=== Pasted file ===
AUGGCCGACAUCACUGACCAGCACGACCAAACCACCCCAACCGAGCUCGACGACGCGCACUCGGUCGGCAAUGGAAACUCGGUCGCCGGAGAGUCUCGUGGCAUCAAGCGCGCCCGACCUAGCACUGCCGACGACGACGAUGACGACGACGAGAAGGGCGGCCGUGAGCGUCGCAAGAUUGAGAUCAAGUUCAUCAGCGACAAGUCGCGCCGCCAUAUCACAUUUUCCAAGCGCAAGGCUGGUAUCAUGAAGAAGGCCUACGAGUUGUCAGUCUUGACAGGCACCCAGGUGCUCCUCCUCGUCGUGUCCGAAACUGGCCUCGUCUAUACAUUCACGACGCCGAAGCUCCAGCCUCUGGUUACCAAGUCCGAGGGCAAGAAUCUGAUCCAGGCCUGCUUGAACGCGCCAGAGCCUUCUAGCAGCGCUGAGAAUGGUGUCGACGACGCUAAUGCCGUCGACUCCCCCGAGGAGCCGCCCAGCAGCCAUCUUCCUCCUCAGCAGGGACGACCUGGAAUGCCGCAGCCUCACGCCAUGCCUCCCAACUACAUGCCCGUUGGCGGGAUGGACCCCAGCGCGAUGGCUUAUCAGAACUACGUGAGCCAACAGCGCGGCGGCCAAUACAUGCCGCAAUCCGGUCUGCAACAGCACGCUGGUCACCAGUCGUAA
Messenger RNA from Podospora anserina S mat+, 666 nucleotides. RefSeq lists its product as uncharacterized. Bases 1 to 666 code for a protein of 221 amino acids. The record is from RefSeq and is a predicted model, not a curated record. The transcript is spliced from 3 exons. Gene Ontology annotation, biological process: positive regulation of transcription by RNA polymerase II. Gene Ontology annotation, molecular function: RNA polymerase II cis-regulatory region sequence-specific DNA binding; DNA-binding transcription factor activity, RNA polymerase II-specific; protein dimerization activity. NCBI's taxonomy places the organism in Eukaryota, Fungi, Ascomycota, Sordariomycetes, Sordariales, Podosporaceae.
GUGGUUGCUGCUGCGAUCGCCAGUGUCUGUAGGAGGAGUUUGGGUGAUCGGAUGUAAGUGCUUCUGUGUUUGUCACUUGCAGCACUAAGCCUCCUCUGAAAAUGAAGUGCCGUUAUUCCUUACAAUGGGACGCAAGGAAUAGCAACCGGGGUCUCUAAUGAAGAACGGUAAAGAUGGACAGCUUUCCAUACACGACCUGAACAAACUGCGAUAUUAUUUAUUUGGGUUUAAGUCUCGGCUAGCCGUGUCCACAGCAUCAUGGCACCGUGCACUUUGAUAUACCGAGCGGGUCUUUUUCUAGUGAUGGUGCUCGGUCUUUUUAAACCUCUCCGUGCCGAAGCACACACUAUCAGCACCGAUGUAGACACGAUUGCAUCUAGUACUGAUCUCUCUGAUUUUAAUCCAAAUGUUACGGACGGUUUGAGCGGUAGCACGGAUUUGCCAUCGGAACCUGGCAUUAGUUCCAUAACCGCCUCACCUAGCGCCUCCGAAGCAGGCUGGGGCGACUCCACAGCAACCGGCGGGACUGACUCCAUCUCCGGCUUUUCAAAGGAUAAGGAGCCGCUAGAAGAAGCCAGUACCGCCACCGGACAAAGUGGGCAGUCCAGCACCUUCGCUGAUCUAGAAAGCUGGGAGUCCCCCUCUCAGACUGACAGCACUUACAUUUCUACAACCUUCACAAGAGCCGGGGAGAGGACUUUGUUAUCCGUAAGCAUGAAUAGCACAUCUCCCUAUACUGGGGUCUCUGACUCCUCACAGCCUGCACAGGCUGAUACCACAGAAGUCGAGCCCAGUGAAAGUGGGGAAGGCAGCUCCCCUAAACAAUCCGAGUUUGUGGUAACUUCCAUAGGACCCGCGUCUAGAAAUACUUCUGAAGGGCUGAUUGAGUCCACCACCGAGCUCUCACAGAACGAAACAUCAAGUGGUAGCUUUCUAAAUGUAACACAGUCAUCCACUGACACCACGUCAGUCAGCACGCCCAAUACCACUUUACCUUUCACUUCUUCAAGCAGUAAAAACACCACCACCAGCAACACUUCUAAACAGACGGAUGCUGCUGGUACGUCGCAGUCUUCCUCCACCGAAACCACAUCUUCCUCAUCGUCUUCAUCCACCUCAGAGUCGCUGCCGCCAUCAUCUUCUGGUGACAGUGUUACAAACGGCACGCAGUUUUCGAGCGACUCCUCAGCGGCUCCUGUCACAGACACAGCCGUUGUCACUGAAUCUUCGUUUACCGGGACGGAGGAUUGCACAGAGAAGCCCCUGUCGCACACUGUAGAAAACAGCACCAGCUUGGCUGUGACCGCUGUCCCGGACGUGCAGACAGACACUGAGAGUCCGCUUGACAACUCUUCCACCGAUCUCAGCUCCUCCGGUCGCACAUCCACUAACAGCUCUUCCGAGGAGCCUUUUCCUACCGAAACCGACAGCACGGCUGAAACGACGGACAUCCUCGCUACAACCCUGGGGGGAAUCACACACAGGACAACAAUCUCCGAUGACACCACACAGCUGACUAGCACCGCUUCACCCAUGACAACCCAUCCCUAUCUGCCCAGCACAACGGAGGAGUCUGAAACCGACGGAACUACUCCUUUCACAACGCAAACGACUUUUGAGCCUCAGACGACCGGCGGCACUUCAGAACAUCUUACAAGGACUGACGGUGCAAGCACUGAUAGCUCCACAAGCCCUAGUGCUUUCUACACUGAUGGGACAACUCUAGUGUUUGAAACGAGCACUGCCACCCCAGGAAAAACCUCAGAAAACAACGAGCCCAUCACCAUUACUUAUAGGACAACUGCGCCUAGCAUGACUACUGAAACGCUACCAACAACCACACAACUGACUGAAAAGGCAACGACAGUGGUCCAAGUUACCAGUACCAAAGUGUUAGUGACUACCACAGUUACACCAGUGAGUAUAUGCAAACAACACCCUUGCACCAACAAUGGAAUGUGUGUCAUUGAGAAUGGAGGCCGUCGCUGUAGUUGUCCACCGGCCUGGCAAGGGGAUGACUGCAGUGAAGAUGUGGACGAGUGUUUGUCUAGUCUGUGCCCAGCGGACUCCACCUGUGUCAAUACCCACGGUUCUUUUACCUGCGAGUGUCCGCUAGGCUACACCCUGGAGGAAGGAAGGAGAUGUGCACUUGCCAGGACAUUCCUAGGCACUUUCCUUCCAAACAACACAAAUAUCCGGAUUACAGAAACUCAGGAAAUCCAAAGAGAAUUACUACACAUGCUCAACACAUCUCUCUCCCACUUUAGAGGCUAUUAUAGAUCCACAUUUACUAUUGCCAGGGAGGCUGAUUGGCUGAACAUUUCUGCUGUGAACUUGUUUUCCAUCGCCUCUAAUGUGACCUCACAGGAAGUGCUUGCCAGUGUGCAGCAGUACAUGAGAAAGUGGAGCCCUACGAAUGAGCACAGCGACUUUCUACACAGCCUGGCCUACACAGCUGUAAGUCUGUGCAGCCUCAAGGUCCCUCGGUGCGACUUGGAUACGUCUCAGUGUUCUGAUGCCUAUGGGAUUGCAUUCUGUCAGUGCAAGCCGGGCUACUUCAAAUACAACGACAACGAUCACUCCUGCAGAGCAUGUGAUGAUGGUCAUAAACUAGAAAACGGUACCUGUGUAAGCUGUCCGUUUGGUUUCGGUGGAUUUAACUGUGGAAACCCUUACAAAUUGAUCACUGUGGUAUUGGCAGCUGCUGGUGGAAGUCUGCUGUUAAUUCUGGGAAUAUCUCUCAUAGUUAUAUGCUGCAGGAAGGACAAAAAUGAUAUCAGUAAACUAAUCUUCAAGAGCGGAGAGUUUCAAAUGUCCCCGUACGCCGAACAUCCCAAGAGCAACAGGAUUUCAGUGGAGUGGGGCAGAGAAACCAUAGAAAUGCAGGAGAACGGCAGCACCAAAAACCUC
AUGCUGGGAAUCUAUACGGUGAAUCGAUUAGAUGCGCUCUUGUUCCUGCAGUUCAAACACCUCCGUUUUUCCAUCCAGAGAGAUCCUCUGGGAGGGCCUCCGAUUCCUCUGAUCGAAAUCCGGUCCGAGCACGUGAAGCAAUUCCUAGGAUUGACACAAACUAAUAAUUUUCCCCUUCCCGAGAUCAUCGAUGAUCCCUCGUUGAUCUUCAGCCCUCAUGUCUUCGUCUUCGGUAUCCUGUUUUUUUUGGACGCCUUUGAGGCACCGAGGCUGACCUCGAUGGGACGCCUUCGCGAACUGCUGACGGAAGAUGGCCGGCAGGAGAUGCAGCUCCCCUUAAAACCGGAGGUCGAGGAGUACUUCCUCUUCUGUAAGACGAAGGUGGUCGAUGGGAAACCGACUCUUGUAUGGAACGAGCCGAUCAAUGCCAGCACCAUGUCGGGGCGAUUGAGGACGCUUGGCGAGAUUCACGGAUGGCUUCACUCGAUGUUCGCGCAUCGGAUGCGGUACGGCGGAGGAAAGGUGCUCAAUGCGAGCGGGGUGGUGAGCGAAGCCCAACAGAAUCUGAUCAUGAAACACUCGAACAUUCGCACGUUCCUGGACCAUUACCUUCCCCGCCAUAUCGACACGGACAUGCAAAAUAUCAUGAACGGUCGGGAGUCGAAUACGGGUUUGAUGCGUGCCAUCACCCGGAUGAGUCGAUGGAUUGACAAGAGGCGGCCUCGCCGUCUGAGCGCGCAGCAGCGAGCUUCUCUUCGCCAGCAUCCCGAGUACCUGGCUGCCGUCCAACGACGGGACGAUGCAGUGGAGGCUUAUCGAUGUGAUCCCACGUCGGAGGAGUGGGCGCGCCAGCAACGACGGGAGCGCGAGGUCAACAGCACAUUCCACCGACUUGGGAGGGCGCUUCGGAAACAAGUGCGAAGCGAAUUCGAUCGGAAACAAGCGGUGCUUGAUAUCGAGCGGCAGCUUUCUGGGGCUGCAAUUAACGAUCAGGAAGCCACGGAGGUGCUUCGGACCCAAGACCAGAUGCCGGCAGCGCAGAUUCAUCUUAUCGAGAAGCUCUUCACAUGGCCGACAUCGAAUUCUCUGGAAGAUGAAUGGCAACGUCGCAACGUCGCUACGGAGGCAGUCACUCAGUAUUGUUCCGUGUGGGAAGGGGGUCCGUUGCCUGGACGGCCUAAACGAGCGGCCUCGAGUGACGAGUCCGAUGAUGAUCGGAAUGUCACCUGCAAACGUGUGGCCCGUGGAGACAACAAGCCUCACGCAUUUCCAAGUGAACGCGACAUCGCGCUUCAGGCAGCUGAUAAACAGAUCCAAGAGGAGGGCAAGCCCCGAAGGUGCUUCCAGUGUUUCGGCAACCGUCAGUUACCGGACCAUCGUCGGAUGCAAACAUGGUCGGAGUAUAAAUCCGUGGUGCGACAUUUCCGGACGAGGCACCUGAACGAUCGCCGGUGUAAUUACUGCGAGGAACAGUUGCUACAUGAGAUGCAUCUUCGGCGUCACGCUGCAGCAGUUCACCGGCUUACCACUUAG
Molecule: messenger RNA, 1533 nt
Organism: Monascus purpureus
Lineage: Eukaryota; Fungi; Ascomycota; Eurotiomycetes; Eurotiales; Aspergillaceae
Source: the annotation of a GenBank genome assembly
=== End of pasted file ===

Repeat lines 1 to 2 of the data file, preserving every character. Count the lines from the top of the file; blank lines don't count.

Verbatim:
AUGGCCGACAUCACUGACCAGCACGACCAAACCACCCCAACCGAGCUCGACGACGCGCACUCGGUCGGCAAUGGAAACUCGGUCGCCGGAGAGUCUCGUGGCAUCAAGCGCGCCCGACCUAGCACUGCCGACGACGACGAUGACGACGACGAGAAGGGCGGCCGUGAGCGUCGCAAGAUUGAGAUCAAGUUCAUCAGCGACAAGUCGCGCCGCCAUAUCACAUUUUCCAAGCGCAAGGCUGGUAUCAUGAAGAAGGCCUACGAGUUGUCAGUCUUGACAGGCACCCAGGUGCUCCUCCUCGUCGUGUCCGAAACUGGCCUCGUCUAUACAUUCACGACGCCGAAGCUCCAGCCUCUGGUUACCAAGUCCGAGGGCAAGAAUCUGAUCCAGGCCUGCUUGAACGCGCCAGAGCCUUCUAGCAGCGCUGAGAAUGGUGUCGACGACGCUAAUGCCGUCGACUCCCCCGAGGAGCCGCCCAGCAGCCAUCUUCCUCCUCAGCAGGGACGACCUGGAAUGCCGCAGCCUCACGCCAUGCCUCCCAACUACAUGCCCGUUGGCGGGAUGGACCCCAGCGCGAUGGCUUAUCAGAACUACGUGAGCCAACAGCGCGGCGGCCAAUACAUGCCGCAAUCCGGUCUGCAACAGCACGCUGGUCACCAGUCGUAA
Messenger RNA from Podospora anserina S mat+, 666 nucleotides. RefSeq lists its product as uncharacterized. Bases 1 to 666 code for a protein of 221 amino acids. The record is from RefSeq and is a predicted model, not a curated record. The transcript is spliced from 3 exons. Gene Ontology annotation, biological process: positive regulation of transcription by RNA polymerase II. Gene Ontology annotation, molecular function: RNA polymerase II cis-regulatory region sequence-specific DNA binding; DNA-binding transcription factor activity, RNA polymerase II-specific; protein dimerization activity. NCBI's taxonomy places the organism in Eukaryota, Fungi, Ascomycota, Sordariomycetes, Sordariales, Podosporaceae.